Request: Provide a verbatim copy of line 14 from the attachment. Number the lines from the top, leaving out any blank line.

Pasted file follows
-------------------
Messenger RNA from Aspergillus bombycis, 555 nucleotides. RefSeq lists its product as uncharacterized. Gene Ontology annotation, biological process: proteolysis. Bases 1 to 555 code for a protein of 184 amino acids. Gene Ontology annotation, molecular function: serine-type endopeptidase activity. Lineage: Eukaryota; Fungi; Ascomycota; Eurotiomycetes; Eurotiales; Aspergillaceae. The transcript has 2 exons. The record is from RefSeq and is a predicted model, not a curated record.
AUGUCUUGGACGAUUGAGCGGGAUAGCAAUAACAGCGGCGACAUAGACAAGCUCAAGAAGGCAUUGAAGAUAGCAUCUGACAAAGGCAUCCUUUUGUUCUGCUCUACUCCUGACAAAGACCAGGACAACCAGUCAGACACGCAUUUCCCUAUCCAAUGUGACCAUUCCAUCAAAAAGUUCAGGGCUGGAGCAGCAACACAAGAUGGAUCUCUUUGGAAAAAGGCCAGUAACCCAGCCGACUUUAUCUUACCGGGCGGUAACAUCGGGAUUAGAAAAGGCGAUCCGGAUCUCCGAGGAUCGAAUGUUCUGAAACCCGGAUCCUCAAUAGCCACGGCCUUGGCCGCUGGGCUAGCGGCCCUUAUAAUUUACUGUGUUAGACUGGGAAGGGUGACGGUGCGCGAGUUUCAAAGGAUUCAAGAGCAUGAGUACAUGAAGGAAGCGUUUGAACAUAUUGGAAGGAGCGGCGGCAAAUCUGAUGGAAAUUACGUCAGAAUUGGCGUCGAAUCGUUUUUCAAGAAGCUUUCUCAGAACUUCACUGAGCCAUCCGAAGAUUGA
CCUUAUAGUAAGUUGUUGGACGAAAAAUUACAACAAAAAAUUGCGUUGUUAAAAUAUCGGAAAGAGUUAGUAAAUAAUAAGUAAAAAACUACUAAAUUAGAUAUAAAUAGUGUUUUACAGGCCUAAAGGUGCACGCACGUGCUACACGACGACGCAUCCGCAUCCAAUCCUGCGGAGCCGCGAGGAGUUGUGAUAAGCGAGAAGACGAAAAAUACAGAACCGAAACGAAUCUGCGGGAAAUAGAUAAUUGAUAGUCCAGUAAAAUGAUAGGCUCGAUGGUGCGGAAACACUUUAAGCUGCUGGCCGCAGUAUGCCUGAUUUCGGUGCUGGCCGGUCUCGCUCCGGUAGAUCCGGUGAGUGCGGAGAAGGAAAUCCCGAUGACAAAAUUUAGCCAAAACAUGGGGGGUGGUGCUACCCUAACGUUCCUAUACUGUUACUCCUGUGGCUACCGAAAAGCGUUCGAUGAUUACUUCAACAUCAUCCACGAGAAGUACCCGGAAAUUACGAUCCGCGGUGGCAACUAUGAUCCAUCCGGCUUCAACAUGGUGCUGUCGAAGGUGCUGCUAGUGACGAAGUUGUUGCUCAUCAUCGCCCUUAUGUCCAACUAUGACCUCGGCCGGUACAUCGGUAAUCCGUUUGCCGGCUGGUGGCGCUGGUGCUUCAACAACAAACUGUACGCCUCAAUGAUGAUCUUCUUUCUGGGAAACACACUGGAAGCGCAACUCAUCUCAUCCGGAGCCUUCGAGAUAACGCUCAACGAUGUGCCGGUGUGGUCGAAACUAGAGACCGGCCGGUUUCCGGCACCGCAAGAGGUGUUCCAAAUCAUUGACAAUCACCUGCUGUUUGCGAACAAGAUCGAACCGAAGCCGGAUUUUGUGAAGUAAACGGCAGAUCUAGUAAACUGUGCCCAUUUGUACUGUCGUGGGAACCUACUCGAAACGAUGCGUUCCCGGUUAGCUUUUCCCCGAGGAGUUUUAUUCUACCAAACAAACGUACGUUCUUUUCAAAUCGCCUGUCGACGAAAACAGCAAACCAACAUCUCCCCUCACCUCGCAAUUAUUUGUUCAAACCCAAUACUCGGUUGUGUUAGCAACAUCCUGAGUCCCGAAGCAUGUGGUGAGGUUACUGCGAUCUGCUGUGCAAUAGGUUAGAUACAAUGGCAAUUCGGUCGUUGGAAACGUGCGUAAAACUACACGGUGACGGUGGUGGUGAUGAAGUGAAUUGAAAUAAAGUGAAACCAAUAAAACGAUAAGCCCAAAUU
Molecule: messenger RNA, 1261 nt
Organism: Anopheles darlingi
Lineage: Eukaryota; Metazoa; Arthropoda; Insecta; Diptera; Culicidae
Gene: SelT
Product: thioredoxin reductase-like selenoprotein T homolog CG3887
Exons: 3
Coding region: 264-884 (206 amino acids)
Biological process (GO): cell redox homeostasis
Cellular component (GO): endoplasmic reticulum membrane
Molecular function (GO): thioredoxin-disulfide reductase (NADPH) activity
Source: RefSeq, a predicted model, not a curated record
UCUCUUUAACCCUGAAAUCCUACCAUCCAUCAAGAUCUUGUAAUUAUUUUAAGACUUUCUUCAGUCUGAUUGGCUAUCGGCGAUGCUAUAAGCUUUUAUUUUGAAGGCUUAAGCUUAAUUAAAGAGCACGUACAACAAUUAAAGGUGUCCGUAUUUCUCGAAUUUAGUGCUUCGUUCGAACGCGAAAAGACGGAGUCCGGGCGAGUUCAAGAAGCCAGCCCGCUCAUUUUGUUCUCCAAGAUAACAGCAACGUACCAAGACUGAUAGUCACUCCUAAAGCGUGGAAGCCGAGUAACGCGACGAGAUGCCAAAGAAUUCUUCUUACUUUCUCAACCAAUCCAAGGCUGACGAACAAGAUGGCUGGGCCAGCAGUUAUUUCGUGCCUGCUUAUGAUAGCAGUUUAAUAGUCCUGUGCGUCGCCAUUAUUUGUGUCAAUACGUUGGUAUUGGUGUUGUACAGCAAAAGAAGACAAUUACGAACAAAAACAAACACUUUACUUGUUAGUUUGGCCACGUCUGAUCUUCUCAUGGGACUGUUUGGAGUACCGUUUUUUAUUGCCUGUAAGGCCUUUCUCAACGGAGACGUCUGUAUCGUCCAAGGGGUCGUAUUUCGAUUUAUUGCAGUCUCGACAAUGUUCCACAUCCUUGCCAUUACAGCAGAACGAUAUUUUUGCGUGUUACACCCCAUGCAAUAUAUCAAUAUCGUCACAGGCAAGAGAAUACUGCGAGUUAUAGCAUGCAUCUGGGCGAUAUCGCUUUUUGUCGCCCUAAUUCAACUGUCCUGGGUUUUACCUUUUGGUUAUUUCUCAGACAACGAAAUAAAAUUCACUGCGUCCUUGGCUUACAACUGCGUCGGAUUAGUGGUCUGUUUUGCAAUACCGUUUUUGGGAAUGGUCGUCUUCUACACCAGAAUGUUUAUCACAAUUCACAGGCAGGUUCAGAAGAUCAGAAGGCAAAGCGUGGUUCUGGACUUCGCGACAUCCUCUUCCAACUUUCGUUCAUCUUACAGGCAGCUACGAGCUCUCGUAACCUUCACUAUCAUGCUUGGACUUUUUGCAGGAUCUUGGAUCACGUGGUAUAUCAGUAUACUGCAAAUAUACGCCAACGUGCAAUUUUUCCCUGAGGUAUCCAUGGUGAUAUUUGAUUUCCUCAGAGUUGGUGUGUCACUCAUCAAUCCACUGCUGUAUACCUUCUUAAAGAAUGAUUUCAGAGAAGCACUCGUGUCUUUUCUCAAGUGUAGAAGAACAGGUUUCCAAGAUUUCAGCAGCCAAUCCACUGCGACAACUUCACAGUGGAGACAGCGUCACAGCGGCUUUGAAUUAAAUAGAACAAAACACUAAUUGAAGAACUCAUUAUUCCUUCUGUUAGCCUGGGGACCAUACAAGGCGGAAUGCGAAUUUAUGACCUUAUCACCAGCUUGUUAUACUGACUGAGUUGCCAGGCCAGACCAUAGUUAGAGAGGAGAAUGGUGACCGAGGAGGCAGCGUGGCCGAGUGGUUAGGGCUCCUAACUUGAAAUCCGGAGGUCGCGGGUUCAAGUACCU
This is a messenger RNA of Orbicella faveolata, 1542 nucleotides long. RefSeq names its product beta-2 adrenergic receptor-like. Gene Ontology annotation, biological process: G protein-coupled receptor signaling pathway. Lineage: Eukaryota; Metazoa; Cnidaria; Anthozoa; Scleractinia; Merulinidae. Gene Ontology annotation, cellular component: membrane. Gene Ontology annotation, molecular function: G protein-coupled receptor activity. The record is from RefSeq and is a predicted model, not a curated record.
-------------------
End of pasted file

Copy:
Source: RefSeq, a predicted model, not a curated record